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Written by Rene Wadlow
Thursday, 15 May 2008
The tropical cyclone Nargris which struck the Burma Irrawaddy delta on 3 May and the incompetent military response for relief efforts did not prevent the government of Myanmar from carrying out on 10 May a referendum on a government-drafted constitution for the country. The referendum for the storm-hit delta, home for a quarter of the countrys population, is planned for 24 May.
The delta is populated largely by the Burman ethnic group which gave its name to the country. About 40 per cent of the total population are ethnic minorities who live in higher areas along the frontiers with Thailand, China, India, and Bangladesh. Population statistics in Burma are rough approximations.
According to some reports, the yes/no option on the constitution had already been marked yes so that all that had to be done was to put the ballot in the box. Thus, there is no doubt that yes will win. Few people understand the nearly 200-page constitution and commentary, and no effort has been made to explain its meaning. The country has been without a constitution since 1988, and this one was drafted largely because the United Nations thinks that constitutions are necessary for the rule of law. However for a constitution to be more than an unread document, it must reflect the needs of the times and agreement on basic values.
As Thomas Jefferson wrote Some men look at constitutions with sanctimonious reverence and deem them like the ark of the covenant too sacred to be touched. They ascribe to the men of the preceding age a wisdom more than human and suppose what they did to be beyond amendment. I am certainly not an advocate of frequent and untried changes in laws and constitutions. But, I also know that laws and institutions must go hand in hand with the progress of the human mind. As new discoveries are made, new truths disclosed, and manners and opinions change with the change of circumstances, institutions must advance also and keep pace with the times."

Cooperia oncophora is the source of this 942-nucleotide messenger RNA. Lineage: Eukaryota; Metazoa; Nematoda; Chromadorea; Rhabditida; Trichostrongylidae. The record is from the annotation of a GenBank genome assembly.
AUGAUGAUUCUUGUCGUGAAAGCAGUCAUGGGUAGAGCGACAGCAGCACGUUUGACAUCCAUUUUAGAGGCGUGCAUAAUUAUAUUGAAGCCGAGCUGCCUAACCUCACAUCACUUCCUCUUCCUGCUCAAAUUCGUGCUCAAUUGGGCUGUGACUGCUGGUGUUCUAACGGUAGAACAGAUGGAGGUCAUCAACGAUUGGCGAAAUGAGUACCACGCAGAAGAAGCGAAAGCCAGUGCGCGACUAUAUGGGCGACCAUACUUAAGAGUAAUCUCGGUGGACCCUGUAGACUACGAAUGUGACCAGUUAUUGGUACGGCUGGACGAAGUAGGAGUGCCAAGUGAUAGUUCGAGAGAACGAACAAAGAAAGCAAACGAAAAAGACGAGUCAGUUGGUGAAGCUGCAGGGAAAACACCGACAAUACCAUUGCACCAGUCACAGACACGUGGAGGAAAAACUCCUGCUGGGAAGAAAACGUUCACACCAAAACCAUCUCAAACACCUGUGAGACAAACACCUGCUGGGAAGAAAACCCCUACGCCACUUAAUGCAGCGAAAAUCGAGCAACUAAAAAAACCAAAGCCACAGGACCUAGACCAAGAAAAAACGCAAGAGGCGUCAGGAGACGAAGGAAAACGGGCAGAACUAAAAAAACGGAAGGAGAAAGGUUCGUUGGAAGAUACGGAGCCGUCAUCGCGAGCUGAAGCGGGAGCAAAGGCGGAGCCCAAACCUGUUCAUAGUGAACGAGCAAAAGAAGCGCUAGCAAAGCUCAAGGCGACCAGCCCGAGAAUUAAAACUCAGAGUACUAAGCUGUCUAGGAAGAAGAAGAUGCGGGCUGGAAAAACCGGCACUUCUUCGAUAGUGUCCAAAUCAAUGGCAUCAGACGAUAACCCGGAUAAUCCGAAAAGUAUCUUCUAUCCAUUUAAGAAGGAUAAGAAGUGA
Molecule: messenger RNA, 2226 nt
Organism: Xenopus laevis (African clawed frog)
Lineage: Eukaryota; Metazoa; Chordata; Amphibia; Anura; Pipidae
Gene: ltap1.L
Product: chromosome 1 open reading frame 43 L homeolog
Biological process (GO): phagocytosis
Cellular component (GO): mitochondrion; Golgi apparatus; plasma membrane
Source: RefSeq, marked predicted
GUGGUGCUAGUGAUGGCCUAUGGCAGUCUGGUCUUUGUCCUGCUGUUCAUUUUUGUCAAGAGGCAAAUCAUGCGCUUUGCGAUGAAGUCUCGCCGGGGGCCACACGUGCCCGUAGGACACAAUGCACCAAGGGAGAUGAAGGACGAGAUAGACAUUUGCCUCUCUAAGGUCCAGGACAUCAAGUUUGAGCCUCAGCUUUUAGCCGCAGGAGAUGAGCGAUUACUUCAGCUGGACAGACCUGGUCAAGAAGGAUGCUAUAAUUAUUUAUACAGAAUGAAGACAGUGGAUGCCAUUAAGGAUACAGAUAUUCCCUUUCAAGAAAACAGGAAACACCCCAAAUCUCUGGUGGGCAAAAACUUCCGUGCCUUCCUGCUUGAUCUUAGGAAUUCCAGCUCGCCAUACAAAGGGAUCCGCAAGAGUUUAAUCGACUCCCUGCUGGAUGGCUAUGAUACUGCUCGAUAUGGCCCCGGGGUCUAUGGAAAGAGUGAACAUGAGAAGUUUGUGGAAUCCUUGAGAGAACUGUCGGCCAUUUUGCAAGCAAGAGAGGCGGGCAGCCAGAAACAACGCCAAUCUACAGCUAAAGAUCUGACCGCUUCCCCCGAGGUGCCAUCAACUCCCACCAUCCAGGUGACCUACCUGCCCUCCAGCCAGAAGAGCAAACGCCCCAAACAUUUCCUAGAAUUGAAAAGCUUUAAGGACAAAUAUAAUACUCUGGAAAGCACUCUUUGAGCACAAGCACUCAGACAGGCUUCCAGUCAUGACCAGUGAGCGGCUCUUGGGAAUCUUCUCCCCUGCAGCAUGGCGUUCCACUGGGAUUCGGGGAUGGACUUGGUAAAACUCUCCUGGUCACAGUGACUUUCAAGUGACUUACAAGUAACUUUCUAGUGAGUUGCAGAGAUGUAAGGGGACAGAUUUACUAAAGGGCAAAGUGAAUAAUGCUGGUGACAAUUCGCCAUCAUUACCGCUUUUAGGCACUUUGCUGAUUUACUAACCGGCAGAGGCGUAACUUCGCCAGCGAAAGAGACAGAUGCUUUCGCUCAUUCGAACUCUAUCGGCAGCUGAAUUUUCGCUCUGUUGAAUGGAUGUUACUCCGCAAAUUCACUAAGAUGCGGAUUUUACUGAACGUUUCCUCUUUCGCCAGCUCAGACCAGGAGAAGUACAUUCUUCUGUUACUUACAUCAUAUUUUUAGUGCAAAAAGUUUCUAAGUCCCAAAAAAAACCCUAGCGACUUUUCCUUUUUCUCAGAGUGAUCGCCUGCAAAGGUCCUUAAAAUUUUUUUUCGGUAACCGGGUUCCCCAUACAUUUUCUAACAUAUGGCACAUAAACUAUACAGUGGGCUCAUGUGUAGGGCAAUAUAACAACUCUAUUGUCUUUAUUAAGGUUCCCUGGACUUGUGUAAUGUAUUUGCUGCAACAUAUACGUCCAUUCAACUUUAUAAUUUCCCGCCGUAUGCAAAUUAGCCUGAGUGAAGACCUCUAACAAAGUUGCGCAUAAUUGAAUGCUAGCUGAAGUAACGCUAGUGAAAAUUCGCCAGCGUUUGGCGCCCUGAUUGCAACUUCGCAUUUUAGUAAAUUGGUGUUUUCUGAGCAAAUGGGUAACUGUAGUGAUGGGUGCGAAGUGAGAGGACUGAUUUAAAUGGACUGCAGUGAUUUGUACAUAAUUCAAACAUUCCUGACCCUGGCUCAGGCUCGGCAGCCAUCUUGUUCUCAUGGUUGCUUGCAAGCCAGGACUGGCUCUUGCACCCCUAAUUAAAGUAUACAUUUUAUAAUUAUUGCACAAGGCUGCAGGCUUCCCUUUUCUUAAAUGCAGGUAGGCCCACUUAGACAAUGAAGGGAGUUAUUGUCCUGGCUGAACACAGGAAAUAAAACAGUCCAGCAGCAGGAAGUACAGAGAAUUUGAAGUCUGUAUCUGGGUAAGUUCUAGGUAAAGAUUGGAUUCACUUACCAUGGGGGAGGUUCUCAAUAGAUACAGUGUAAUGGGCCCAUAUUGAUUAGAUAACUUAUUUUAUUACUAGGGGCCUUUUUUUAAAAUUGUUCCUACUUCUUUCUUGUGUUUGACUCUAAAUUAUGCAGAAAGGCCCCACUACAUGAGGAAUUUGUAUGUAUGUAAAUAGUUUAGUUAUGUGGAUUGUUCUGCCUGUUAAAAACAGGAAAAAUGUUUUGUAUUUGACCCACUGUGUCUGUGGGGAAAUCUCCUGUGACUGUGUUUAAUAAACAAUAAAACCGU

An earlier 1974 constitution had been abolished in 1988 when a partly renewed group of military officers pushed General Ne Win into retirement. General Ne Win had ruled Burma from 1958 to 1960 and then from 1962 to 1988 when a non-violent, democratic opposition came to the fore in a month of demonstrations, followed by the coming to power of a group of slightly younger military officers calling themselves the State Law and Order Restoration Council (Slorc) which had cracked down on the pro-democracy demonstrators.
There had been a first constitution drafted just prior to independence from the UK in 1947, largely influenced by English law and practice. It was a quasi-federal constitution with a good deal of authority given to the states where the national minority population live . This 1947 constitution was made largely non-operative by the insurgencies that broke out soon after independence led by militias belonging to national minorities fighting for the creation of independent states or greater autonomy within Burma. In addition, there was a strong insurgency of the Burmese Communist Party helped by the then new Communist government of China. In order to have a free hand to fight the insurgencies and to have direct power, the higher military took over in 1958 until 1960 and then from 1962 on.
By 1974 General Ne Win and his Burma Socialist Programme Party (BSPP) had been in power long enough that they felt that the country should have a constitution as most countries have constitutions. The 1974 constitution provided for a more centralized form of government, but there were seven states to represent seven major ethnic groups: Karen, Kachin, Kayah, Shan, Chin, Mon, and Arakanese. In addition there was a heartland of seven districts in which the Burman were in the majority and where real power lay. The constitution provoked no great changes in the arbitrary way in which Ne Win ruled, but the constitution did exist in case anyone asked on what basis the government was structured.